In less than a month – February 22, to be exact – we’ll be hosting our second-ever Acquire Conference, highlighting how the most innovative companies in the financial industry are tackling the biggest questions in marketing today, from how to master influencer marketing, to going from fintech to lifestyle brand in the smoothest way possible.
We’ve got some awesome topics and amazing speakers lined up, so if you haven't already, I seriously recommend you sign up.
It’s online, which means you can get all the ins and outs of what’s happening in financial marketing today, and stay in your PJs. (I think at this point we can all agree in-person conferences are more fun but – come on – everything has a bright side, right?)
Now about those awards…
Tearsheet’s Acquire Awards is the financial industry’s top awards program focused on marketing, customer acquisition, and growth. They’re intended to identify and celebrate the best customer-facing work in financial services.
So here are the categories we’re looking at:
- Marketer of the Year
- Marketing Team of the Year
- Campaign of the Year
- Agency of the Year
- Most Creative Campaign
- Best Content Series (B2B)
- Best Content Series (B2C)
- Best Product Marketing
Any of these categories resonate with you? Let us know! Find out more and register here.
A review of our new series, ‘Gens under the lens’ – now available for download
We closed off last year with a thorough breakdown of the financial consumer profile of each of the generations, and the compiled guide is now available for download
The guide for marketers starts off with the oldest generation, currently in their golden years – Boomers – who have a lot to deal with, from retirement coming up and Covid-induced inflation seeping in.
After them are the busiest, and often forgotten, financial consumers – Gen Xers – in the peak of both their earning and spending years.
Then the biggest and most racially diverse generation yet – Millennials – balancing high student loans and inflation as they set their sights on first major purchases.
And finally the youngest financial consumers today – Gen Z or Zoomers – the most tech-savvy group leading the demand for digital-first finance.
Download the guide to learn about the generational differences across financial consumers:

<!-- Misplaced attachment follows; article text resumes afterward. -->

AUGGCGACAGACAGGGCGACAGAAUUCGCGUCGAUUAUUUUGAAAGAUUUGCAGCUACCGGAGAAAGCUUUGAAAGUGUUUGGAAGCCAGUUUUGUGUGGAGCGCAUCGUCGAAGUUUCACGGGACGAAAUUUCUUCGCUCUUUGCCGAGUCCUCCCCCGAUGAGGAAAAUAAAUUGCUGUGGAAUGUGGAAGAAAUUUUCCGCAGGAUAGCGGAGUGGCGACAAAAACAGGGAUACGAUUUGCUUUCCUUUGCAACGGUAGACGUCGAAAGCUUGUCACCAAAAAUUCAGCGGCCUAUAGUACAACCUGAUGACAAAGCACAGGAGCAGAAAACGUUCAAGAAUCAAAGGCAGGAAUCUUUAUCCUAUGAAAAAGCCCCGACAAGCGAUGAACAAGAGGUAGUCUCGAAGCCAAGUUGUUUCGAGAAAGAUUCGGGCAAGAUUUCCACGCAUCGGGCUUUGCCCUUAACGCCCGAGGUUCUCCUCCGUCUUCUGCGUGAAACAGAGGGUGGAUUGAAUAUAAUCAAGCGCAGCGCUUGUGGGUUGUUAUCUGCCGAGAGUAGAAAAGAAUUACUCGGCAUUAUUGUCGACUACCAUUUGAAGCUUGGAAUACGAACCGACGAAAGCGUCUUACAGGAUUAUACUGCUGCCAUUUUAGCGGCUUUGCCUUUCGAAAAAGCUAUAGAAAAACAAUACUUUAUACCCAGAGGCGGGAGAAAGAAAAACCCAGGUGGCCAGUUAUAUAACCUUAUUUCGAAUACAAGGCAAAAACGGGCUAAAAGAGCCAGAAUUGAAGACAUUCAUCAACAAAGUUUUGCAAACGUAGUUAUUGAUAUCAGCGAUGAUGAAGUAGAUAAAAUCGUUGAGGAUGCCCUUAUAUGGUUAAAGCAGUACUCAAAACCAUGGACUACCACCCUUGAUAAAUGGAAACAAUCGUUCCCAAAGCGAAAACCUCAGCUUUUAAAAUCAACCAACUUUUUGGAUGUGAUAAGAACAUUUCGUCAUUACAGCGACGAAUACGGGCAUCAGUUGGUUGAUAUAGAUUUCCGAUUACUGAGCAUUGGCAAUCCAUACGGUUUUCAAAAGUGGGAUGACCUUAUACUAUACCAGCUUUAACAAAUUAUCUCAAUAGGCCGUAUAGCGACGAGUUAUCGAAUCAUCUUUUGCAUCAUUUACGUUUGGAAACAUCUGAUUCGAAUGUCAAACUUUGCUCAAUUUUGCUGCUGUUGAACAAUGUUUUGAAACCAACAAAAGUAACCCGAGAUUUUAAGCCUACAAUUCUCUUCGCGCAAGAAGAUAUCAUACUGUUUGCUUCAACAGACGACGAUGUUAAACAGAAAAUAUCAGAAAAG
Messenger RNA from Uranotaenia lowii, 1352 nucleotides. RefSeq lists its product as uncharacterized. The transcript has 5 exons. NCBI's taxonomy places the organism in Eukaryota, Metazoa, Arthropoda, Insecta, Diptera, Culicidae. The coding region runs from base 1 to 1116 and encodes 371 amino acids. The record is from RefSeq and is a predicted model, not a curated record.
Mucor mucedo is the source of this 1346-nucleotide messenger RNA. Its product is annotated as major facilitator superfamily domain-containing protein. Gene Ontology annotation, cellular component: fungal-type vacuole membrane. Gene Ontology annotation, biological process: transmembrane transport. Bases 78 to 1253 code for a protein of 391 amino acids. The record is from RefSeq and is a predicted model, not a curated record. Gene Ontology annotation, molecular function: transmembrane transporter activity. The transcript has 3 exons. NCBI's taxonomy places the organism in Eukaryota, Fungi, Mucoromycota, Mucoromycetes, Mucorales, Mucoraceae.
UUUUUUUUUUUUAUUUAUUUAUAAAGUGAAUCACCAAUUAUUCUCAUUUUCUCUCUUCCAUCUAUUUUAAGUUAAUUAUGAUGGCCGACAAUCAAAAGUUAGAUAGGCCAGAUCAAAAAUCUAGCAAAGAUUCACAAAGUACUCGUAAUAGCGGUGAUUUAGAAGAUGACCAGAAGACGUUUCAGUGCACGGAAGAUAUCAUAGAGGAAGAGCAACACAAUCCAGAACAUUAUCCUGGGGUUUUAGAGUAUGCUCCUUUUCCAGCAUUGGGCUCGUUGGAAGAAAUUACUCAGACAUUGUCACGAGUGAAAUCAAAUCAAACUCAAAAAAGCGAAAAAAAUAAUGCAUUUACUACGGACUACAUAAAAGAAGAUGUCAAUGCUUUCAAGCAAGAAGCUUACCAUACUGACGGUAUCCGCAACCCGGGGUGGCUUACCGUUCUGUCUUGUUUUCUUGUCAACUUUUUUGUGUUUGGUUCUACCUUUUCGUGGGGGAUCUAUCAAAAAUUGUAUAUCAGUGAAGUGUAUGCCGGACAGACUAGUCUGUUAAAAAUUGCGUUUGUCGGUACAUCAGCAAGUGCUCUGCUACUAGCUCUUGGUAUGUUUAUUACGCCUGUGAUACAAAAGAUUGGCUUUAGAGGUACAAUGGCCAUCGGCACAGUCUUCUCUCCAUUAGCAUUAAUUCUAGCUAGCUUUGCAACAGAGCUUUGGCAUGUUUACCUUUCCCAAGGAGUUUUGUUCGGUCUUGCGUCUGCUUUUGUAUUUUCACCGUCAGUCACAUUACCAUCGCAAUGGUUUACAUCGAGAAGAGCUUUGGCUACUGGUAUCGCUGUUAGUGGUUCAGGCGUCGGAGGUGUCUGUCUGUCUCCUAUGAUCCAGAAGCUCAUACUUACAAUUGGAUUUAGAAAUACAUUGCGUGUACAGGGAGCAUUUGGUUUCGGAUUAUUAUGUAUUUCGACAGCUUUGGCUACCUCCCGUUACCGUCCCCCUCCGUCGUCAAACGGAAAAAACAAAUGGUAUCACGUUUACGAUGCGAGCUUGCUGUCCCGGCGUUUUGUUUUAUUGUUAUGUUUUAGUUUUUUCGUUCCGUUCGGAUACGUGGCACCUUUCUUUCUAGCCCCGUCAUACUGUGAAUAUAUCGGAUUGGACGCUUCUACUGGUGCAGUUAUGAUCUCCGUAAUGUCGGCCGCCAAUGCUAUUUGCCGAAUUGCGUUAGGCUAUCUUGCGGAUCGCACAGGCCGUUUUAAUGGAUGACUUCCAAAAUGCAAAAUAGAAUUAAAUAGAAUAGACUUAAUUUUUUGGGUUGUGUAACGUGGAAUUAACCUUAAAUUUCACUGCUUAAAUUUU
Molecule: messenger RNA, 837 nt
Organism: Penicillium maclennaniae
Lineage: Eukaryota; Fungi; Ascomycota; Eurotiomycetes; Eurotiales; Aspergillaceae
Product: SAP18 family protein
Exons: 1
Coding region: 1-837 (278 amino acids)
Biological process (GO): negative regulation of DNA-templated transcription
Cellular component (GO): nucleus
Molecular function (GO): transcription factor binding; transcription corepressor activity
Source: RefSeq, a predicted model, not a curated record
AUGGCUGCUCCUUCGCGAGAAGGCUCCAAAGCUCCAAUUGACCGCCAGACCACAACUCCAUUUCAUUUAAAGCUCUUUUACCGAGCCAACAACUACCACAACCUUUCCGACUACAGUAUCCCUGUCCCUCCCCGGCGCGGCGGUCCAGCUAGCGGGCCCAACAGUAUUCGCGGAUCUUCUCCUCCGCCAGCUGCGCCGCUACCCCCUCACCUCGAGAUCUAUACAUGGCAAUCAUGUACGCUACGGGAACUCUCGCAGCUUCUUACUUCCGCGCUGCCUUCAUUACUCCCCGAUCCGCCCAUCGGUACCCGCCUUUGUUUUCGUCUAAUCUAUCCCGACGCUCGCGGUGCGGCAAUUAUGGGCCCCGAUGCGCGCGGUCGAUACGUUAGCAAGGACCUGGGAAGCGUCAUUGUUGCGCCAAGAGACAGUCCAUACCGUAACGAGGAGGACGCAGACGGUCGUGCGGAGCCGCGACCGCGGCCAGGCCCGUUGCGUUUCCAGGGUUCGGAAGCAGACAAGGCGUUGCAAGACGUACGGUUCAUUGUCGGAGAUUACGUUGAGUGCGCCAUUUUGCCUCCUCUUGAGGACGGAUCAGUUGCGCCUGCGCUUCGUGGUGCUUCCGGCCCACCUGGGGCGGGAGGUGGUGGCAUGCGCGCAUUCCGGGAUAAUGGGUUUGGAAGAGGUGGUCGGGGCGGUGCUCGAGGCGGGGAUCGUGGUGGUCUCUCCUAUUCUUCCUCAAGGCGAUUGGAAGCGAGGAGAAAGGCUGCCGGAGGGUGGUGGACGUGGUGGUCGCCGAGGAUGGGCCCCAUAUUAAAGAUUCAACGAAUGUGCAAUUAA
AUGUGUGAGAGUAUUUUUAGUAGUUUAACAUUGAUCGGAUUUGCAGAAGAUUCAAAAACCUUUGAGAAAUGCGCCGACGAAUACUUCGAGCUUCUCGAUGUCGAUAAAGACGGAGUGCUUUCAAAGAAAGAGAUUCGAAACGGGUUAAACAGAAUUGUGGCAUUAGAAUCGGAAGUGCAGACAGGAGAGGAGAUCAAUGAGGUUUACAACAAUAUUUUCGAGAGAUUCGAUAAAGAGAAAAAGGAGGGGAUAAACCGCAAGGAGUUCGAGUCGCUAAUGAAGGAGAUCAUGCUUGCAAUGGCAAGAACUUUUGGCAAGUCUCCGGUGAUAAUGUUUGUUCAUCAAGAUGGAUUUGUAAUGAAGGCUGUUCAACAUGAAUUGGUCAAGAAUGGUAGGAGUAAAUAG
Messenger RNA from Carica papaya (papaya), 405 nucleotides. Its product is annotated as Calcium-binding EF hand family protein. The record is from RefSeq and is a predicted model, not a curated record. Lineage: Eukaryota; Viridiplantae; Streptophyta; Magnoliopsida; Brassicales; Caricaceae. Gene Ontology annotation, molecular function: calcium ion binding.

- The archetype of each generation
- Their money troubles: why they worry
- Their financial literacy: what they know (or don’t)
- Their saving, investing, and spending behaviors
- How they feel towards financial services
- The financial tools and companies serving each generation
- A look into each generation’s upcoming financial future
What we’re reading
- Circle onboards Sherice Torres, previously CMO at Novi, as new chief marketing officer (PYMNTS)
- What Gen Z looks for from fintech companies (WSJ)
- Certain financial institutions are getting rid of the word ‘bank’ from their branding efforts – good or bad thing? (Financial Brand)
- As competition with mainstream banks heats up, fintechs up their game (WSJ)
- Cadence Bank’s new logo (Daily Journal)
- Some fintech marketing trends for 2022, marketing automation to refreshed KPIs (Finextra)
- The wellness wave is here; 52% of consumers expect banks, cars, and airlines to offer wellness options (PR Week)
- Reinventing premium bonds for Generation TikTok (Sifted)
What we're writing
- Data Snack: SMBs want more embedded banking options
- Stash adds crypto offering to its ‘Smart Portfolio’
- Truist Ventures wants to bring ‘surprise and delight’ to financial services through its investments
- From one idea to 2 million applications: TomoCredit wants to change the credit score game
- ‘The conversation in most bank boardrooms now is can we digitize fast enough?’: Numerated’s Dan O’Malley
- Deep Dive: Current
- ‘What fintechs have done right is understanding who their customer is, and building for them’: BlueVine’s Herman Man
- Stripe inks e-commerce and payments deal with Ford
- What JPMorgan is doing with that $12 billion tech spend
- Who led banking app downloads in 2021?